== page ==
World History Project - Origins to the Present
- BEFORE YOU WATCH: Frame Concept Introduction
- WATCH: Frame Concept Introduction
- BEFORE YOU WATCH: Communities Frame Introduction
- WATCH: Communities Frame Introduction
- BEFORE YOU WATCH: Networks Frame Introduction
- WATCH: Networks Frame Introduction
- BEFORE YOU WATCH: Production and Distribution Frame Introduction
- WATCH: Production and Distribution Frame Introduction
- History Frames
BEFORE YOU WATCH: Frame Concept Introduction
Use the “Three Close Reads” approach as you watch the video below.
Use the “Three Close Reads” approach as you watch the video below (next in the lineup!). If you want to learn more about this strategy, click here.
First read: preview and skimming for gist
Before you watch, you should skim the transcript first. The skim should be very quick and give you the gist (general idea) of what the video is about. You should be looking at the title, thumbnails, pictures, and first few seconds of the video for the gist.
Second read: key ideas and understanding content
Now that you’ve skimmed the video transcript and taken a quick peek at the video, you should preview the questions you will be answering. These questions will help you get a better understanding of the concepts and arguments that are presented in the video. Keep in mind that when you watch the video, it is a good idea to write down any vocab you read or hear that is unfamiliar to you.
By the end of the second close read, you should be able to answer the following questions:
- What is a frame, and how is it like a map?
- Why are frames useful?
- What are the three frames we use in this course?
- Why is it useful to have more than one frame?
- You are going to be given Frame Stories in this part of the course. Later, you will be asked to “test their claims”. What does this mean?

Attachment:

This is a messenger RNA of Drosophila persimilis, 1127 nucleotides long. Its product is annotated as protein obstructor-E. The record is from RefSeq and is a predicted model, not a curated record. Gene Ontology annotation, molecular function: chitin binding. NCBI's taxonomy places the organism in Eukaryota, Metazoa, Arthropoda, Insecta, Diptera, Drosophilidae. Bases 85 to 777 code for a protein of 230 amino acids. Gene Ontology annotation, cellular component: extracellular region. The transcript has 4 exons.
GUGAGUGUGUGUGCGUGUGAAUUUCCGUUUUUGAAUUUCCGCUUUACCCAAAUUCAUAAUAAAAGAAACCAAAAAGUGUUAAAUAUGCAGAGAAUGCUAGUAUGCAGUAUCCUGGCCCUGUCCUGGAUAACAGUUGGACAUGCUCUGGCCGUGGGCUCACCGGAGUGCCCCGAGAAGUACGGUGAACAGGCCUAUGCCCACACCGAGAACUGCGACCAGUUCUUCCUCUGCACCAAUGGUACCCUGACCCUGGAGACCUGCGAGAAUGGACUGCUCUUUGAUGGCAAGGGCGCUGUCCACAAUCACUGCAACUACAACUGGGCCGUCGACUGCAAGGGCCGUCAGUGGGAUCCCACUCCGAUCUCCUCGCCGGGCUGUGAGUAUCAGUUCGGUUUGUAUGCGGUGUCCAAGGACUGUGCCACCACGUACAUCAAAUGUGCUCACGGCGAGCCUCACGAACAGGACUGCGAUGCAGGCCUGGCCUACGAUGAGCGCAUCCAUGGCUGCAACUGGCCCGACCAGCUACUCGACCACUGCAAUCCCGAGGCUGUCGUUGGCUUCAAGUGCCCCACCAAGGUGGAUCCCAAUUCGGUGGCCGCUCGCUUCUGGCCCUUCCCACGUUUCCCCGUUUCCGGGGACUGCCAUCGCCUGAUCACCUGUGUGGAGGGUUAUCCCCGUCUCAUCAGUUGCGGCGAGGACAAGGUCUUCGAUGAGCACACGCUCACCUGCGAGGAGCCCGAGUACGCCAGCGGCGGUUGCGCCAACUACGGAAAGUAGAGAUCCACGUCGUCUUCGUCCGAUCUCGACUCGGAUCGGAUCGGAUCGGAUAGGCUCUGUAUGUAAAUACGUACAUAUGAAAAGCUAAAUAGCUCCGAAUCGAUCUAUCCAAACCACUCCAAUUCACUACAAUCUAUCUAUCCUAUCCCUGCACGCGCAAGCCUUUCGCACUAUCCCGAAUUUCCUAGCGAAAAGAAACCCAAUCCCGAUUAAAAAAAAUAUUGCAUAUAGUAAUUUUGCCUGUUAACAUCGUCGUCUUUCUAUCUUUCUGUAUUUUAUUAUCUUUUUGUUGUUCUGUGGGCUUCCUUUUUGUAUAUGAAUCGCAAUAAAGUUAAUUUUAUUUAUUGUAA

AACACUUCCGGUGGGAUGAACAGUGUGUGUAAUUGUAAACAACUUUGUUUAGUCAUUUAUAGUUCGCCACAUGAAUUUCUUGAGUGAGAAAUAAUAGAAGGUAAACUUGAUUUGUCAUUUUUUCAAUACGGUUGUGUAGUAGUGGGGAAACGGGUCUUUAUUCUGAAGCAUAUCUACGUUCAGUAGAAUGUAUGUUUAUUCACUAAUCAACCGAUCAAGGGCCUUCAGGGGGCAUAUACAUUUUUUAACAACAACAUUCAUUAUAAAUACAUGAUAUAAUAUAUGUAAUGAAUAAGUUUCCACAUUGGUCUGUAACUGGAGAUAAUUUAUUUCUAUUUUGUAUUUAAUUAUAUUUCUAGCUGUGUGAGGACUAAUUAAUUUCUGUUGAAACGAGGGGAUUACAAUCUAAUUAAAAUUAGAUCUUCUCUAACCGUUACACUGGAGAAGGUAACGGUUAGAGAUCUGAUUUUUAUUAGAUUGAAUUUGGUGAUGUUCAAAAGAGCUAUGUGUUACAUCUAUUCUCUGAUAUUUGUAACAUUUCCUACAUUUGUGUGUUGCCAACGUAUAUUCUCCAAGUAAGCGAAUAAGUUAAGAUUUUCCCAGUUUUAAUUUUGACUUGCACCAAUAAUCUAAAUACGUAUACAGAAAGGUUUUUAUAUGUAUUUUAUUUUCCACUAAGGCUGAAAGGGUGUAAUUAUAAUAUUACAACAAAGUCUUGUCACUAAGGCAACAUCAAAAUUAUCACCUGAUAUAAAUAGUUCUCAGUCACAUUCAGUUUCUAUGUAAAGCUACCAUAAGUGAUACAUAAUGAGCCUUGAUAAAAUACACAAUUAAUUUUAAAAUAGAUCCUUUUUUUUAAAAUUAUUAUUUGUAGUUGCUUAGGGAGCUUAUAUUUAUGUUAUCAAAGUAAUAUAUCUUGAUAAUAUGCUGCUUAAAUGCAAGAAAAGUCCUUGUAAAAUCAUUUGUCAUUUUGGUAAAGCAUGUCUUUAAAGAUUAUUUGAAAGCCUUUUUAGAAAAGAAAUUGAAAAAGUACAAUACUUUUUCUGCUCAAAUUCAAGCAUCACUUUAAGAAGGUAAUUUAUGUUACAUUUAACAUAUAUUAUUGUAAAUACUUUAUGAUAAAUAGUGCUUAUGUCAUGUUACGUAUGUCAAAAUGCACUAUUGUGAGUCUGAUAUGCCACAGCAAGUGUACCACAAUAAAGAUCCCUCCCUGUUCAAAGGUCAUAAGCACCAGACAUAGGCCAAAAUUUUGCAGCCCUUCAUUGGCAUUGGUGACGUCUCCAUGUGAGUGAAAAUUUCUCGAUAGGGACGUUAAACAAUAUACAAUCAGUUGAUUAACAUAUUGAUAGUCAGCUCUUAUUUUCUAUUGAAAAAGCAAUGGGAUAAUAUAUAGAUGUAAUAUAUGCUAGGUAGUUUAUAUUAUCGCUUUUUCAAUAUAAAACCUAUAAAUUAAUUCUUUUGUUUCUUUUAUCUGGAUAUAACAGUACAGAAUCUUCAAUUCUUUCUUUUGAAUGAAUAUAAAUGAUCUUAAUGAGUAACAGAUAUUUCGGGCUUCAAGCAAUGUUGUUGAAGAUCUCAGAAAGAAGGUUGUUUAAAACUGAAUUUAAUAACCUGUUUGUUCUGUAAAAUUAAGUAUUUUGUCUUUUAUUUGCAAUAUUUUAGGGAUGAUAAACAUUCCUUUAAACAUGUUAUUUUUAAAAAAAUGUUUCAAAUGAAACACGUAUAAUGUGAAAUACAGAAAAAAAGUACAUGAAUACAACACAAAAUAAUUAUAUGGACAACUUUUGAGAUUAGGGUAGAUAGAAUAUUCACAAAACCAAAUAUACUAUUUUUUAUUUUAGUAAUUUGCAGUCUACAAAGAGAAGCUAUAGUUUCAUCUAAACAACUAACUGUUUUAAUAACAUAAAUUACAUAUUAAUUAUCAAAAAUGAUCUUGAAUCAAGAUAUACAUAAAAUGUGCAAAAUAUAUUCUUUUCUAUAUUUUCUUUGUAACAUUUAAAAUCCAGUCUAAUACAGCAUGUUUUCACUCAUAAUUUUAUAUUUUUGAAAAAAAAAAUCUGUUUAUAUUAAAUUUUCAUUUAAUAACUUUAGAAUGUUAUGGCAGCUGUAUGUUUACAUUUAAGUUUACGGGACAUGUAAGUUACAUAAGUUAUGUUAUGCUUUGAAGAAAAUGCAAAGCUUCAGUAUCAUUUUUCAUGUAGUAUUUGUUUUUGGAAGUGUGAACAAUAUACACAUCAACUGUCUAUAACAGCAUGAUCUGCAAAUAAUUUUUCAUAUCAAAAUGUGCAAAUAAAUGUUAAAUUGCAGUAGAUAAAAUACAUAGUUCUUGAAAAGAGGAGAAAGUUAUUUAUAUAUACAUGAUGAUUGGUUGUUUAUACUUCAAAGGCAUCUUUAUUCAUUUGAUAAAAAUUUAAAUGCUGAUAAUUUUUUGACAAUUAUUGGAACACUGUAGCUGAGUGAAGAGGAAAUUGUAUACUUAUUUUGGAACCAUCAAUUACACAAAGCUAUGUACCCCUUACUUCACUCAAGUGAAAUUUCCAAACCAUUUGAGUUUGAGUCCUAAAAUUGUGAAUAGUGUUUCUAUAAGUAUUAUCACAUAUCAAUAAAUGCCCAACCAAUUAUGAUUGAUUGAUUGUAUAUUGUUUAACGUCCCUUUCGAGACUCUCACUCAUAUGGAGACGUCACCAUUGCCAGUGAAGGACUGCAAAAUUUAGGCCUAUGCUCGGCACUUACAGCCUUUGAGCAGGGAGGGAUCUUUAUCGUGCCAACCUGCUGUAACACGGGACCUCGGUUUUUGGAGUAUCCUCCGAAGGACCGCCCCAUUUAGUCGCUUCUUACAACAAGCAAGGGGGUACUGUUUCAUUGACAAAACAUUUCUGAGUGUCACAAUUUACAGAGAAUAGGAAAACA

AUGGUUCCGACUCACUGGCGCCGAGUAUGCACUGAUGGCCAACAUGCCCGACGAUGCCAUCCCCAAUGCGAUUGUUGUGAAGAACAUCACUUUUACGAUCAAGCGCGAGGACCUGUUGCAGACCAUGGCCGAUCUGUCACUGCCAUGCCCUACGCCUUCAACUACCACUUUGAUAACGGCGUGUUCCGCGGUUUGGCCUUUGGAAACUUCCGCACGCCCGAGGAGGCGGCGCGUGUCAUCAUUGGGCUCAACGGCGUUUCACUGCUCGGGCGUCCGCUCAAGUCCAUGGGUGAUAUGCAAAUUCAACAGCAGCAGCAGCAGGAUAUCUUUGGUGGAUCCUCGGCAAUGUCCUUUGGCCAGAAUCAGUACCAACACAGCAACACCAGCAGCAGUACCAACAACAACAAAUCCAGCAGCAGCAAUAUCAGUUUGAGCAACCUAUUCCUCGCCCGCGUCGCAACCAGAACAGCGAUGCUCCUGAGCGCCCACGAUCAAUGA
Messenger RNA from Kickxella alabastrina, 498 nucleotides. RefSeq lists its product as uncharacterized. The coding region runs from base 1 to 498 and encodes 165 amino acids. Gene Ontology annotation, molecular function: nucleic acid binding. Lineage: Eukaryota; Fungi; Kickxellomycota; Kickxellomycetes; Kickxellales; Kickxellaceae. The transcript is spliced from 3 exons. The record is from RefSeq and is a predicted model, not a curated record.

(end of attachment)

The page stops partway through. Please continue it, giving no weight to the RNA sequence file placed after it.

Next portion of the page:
Third read: evaluating and corroborating
Finally, here are some questions that will help you focus on why this video matters and how it connects to other content you’ve studied.
At the end of the third read, you should be able to respond to these questions:
- Are the three frames introduced in this video the only frames one could use to interpret the past and make it usable? What might some other frames be?
- This video argues that studying history through frames might help you to think about and anticipate for the future, and gives some examples. Think about the frame(s) you suggested to answer the question above. How might studying the past through this frame help prepare you for the future?
Now that you know what to look for, it’s time to watch! Remember to return to these questions once you’ve finished watching.
Want to join the conversation?
- Can a frame be like a timeline?(2 votes)
- Timelines can be included in Frames, Frames are a way of collecting and interpreting information. So how a group or individual arranges and presents that timeline would be the Frame.(1 vote)
- Why are frames useful?(1 vote)
- what is a timeline and how come the frame is like the timeline(1 vote)
- A timeline is a linear representation of events that happen in a certain time period as dependent on the timeline itself. Like say my timeline starts in 88 as I grew from an embryo. Then 1989 as I was born. then the 2001 I started my first school in the city I live in now...and so on. Frames can help us see the changes we have made from one to another specific time period.(1 vote)